You May Not Remember Your First Years of Parenting

You May Not Remember Your First Years of Parenting


I became a dad in January, 2014. It was a day I will never forget. It was almost surreal as I drove my spouse through an ice storm to get her to the hospital, and then flagging down security there because the parking lot elevator wasn’t responding.

I also won’t forget the first time I saw my son “smile” (although it was probably just gas.) I have the image as my lockscreen, so it’s kind of hard to forget. (Aww.)

However, the next few years are patchy for me. We were both neck-deep in changing diapers, coddling him to sleep, and ensuring he didn’t hurt himself or eat something inedible. Our sleep went from an uninterrupted 7–8 hours to a sporadic 4–5 hours per night. We would take turns tending to him in the night, or playing nurse if he was sick (truthfully my spouse did most of the heavy lifting.)

Perhaps this lack of sleep in the early years is what wiped a lot of my memories from that time. I love sleep, but I had to adapt to less of it. (I have since compensated by taking naps during the day to make up for all the sleep I lost when our son was a baby/toddler.)

Our lives were all about him — we made every plan around his well-being, and made sure he was well taken care of outside the home. We constantly strived to satisfy his picky diet. The books we read to him at night were painfully simple and repetitive, and I couldn’t wait to move on. (They’re a lot more interesting now, with elaborate storylines and complicated characters.)

We still do all of these things daily, but pieces of us are coming back.

Now that he’s 8, he’s become more independent. He is now his own person. I still have to prompt him to get dressed, put away his school backpack, brush his teeth, and so on. But for the most part, I can flake out on the couch now while he amuses himself with Lego and video games. He’s enjoying school and looking forward to his first Cub Scout camp, so we’ll actually have a weekend mostly to ourselves.

I have flashbacks of his funny moments, and carrying him around in my arms. I do fondly remember napping beside him during my paternal leave from work (that turned into a full-time freelance writing career.)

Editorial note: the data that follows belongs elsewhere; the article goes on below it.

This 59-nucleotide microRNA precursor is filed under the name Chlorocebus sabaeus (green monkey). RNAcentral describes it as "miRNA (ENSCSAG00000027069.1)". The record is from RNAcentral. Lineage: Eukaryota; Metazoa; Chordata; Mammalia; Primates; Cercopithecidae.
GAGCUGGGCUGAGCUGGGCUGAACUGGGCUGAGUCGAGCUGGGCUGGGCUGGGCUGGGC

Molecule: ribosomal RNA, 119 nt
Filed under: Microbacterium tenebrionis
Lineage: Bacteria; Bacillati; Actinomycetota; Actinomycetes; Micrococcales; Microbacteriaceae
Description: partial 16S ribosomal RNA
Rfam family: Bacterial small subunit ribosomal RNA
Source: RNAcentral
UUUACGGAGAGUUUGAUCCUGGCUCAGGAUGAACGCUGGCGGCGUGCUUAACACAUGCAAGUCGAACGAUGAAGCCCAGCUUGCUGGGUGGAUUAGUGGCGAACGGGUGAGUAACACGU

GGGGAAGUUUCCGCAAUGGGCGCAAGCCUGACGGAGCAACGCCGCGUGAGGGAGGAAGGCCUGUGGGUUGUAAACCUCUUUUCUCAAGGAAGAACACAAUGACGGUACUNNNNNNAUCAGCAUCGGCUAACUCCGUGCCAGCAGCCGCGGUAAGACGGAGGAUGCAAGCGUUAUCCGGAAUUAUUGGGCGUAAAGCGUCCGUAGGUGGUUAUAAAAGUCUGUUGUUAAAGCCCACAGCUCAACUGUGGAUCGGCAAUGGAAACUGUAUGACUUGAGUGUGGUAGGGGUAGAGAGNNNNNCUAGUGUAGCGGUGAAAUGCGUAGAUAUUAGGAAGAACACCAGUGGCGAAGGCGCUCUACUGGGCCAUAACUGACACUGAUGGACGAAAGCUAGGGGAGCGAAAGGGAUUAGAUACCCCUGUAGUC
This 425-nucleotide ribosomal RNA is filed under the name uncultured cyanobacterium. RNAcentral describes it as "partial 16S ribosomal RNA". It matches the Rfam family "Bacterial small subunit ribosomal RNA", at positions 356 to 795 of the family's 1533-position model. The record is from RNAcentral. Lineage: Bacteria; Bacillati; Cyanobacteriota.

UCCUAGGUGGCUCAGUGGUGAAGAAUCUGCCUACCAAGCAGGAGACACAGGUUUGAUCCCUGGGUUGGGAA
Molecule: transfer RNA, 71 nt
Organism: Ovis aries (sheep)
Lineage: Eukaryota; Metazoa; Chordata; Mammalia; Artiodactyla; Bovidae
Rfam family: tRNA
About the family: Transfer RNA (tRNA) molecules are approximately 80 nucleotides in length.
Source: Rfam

But that entire time — up until he was about 4 or 5 — seems almost like a different life now. I get glimpses of it in my head, and sometimes I’m reminded of highlights through Facebook memories. Interestingly, the same goes for him — he remembers more than I do from the earliest days, but he has left the toddler brain behind. He is only looking forward.

Your pre-parenting self will be gone — or at least change

I’m not trying to turn you off of becoming a parent with this piece (although it may require more incentive to have babies in the future.) I just want to point out that you may lose yourself for a while when you take on another life, and it could take some time for you to come back. When you do, you won’t be quite the same.

I’m reminded of a scene from Lost in Translation, my favourite movie of all time. In it, Bob Harris (played by Bill Murray) explains becoming a parent to the much younger Charlotte (Scarlett Johansson):

“Your life, as you know it… is gone. Never to return. But they learn how to walk, and they learn how to talk… and you want to be with them. And they turn out to be the most delightful people you will ever meet in your life.”

Perhaps you will remember every second of the experience. My spouse seems to remember a lot more from that time than I do. Perhaps adjusting to being a dad was mildly traumatic for me, in the best way trauma can be. I think I may have some Parenting PTSD. It changed who I am as a person, in ways I’m still figuring out.

Maybe when the smoke clears from recent years (not to mention a pandemic, which required online/homeschooling and other logistical juggling), the missing pieces will flood back into my brain. But for now, I’m grateful for the video evidence of those earlier times with him.

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Photo credit: Derek Thomson on Unsplash


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